Like most of us, Suzanne soon realized that running was so much more than just a way to get in shape. She treasures her morning runs with her training partners, talking through life’s ups and downs as the miles roll by.
She has run a few 5K and 10Ks and even two half-marathons but was intimidated by the local running group and their workouts. However, she wanted to get fitter and would like to actually push herself to a faster time in her races. In her words, she’s not “training for the Olympics” but knows she needs to do some “real runner” workouts to boost her fitness.
Here’s what I had her do and if she sounds a lot like you, this will help you also become a fitter, faster and more confident runner.
WORKOUT #1: SURGES
Once per week for eight weeks, she inserted a few “surges” within one of her mid-week runs. She’d run easy for 10-15 minutes then pick up the pace for 15 seconds. Then, she’d return to her easy pace for one minute before surging again. She started with 5 surges in Week #1 and added 2-3 each week. By Week #4, she was doing 10-15 surges and could even carry these surges to 45-60 seconds.
I instructed that these were not sprints and she should not get out of breath while doing them. The surges were simply a slight rise in effort and increase in pace so we could prepare the neuromuscular system for faster running.
As I’ve witnessed with dozens of other athletes who used surges as their first workout, she loved it. “It was exhilarating to get out of my normal stride and pick up the pace! It also made the run go by quicker. Since the surges started at just 15 seconds, I wasn’t scared of them and after a few weeks, I could definitely tell my surges were getting faster,” she says.
Like Suzanne, many newer runners run the same pace for all their runs. But to boost fitness, there must be variety in training and thus new challenges to the body and mind to keep it adapting. Surges provide a safe way to do this while keeping the injury risk very low.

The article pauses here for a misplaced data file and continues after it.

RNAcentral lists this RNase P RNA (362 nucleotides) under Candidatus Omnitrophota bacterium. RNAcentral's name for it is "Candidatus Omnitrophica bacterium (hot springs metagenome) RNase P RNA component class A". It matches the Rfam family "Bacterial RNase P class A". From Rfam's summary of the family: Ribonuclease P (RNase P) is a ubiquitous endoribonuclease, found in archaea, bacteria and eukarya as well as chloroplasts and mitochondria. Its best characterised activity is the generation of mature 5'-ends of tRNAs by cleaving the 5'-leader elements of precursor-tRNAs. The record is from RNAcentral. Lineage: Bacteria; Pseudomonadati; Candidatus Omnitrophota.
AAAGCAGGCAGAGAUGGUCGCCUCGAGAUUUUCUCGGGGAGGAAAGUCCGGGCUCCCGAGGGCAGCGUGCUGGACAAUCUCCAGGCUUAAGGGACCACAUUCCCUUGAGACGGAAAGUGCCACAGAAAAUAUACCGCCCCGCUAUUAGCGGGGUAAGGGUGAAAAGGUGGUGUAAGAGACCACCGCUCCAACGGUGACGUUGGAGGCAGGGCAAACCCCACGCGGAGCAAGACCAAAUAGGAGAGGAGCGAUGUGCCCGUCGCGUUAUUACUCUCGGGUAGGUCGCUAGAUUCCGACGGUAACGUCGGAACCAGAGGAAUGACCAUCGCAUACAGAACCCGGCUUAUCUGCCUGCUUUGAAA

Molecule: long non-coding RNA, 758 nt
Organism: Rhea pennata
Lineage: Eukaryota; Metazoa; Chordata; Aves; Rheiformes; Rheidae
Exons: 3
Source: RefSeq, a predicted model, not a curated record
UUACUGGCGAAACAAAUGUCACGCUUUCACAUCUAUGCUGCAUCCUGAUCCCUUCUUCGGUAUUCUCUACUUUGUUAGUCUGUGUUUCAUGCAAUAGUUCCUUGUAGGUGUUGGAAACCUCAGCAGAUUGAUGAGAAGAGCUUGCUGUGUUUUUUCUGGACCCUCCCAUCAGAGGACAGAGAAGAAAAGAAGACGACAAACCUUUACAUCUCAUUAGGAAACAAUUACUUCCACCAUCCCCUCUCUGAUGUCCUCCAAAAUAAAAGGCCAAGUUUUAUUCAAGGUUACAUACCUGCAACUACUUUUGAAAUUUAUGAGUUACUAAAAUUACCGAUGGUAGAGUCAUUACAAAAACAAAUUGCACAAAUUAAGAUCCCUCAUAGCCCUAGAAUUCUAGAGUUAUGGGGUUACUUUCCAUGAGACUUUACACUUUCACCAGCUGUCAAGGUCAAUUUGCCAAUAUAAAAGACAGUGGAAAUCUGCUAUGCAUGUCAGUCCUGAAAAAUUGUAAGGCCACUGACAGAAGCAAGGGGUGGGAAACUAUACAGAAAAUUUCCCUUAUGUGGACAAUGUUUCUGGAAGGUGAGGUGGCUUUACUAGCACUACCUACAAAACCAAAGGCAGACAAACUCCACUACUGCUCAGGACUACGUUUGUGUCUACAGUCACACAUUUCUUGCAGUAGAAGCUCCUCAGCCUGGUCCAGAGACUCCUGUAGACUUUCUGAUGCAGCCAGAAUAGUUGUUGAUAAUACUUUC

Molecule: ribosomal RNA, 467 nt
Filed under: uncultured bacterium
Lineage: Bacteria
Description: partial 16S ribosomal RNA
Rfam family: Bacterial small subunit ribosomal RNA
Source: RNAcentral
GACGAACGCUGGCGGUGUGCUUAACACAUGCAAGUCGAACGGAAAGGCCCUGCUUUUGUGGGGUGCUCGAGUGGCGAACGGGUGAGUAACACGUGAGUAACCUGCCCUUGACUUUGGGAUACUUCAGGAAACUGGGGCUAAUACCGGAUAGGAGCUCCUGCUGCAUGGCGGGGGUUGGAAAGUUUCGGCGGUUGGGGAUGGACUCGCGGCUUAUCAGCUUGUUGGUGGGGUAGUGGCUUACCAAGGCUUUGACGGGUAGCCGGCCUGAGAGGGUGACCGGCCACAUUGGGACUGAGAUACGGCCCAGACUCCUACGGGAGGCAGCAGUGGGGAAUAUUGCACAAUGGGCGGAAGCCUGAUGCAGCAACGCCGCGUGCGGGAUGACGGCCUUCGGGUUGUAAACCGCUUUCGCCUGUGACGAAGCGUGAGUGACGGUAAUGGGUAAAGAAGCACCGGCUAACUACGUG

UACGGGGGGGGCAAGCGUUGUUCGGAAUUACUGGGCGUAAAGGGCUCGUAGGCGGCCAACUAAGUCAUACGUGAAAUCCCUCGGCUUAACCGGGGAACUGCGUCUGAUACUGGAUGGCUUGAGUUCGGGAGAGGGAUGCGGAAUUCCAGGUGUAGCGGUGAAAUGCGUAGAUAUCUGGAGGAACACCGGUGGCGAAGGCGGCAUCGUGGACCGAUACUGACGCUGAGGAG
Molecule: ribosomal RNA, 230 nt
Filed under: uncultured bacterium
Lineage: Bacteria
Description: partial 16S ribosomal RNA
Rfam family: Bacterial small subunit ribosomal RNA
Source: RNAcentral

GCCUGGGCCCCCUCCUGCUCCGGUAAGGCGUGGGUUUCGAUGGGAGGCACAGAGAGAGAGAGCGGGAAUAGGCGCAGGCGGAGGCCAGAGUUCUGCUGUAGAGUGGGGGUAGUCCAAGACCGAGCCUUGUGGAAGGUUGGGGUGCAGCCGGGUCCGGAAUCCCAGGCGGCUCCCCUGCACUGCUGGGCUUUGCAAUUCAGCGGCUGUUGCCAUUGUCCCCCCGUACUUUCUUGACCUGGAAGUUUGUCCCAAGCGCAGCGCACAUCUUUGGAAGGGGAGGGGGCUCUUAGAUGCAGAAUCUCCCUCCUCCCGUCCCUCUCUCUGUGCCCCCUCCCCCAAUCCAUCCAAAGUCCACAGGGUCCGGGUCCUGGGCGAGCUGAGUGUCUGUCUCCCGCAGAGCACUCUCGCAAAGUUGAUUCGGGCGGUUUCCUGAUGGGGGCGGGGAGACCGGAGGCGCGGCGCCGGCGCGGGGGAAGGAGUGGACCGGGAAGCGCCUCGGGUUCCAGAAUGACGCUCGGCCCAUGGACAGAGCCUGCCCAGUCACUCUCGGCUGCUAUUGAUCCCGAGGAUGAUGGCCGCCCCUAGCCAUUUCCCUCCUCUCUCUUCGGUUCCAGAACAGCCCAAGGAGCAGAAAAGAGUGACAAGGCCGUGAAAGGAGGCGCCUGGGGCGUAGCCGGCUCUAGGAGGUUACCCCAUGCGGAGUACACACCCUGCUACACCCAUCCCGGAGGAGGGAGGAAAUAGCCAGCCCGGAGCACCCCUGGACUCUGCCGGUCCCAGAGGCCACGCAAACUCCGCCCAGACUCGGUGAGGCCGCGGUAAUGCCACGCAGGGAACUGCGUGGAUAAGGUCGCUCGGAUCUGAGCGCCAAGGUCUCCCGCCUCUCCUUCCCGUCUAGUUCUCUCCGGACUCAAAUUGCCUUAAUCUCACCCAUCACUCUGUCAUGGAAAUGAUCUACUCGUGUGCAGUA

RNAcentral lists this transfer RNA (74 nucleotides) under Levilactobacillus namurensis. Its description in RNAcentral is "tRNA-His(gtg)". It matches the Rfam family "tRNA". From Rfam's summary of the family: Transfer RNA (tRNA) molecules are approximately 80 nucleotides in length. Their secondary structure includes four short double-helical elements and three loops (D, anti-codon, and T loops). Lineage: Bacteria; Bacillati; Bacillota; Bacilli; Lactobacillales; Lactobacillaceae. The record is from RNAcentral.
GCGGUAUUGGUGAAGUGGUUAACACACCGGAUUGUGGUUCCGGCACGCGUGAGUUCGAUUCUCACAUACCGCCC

And, so many other great things happened to Suzanne. First, her running form improved. When you run fast, form flaws are accentuated. So, she was aware of form issues and cleaned them up. Second, she learn her “redline.” She knew if she went too fast, she’d get out of breath quickly and her surge would slow, a big no-no for this workout. This began her education on different effort levels and how they relate to fatigue. Lastly, she noticed that the average pace on her other runs got faster. Her stride felt more relaxed and flowing and she started to notice that she had to hold herself back from running faster and faster.
WORKOUT #2: PROGRESSION RUNS
After 3-4 weeks, Suzanne started to feel good on the surge workouts and in her other runs. So, I had her start progression runs, the second workout that I prescribe as a transition from what I call “same pace” training to varied pace training. On her weekly long run (6-10 miles for her), I told her to finish the last 5 minutes a little faster. Again, not an all out sprint but to the point where she felt her breathing increase to where it was fast but under control. I told her she should feel exhilarated after the strong finish but not overly tired.
Each week, she was allowed to extend the faster portion by an additional 5 minutes if she felt like it. By Week #8, she was finishing her long runs with a fast 10-20 minutes depending on how she felt. Our mantra was “finish strong.”
As with the surge workouts, progression runs aren’t anything fancy or intimidating for new runners like Suzanne. But, the physical and mental benefits are great. She liked finishing strong. She learned the hard way when she pushed too hard too soon (something I told her would pay off in her future training and racing). And, she started to look forward to the final few miles of her long runs instead of feeling more and more tired and just wanting the run to end. The workouts made training fun and her fitness, as expected, took a jump upward yet she never had any aches and pains.
READY FOR “REAL RUNNER” TRAINING
After two months, she knew what it felt like to run fast, recover and run fast again. She developed better running form. She also developed more stamina and finishing strong became a habit. Her body was stronger and her stride smoother. But most importantly, she now had the confidence that she could go to the group workout and in her words, “not make a fool of myself.”
I, too, felt great knowing she built up her faster running slowly and safely. I also knew that once she started attending group workouts, she’d be hooked and I couldn’t wait to hear about all the successes to come.
Read more about progression runs and how these three progression runs can boost your fitness while having fun.
SUZANNE’S TRAINING PROGRAM
“I have achieved my goals for 5K, 10K, and now a Half Marathon – thanks McMillan Running!”
-James W, RunClub member
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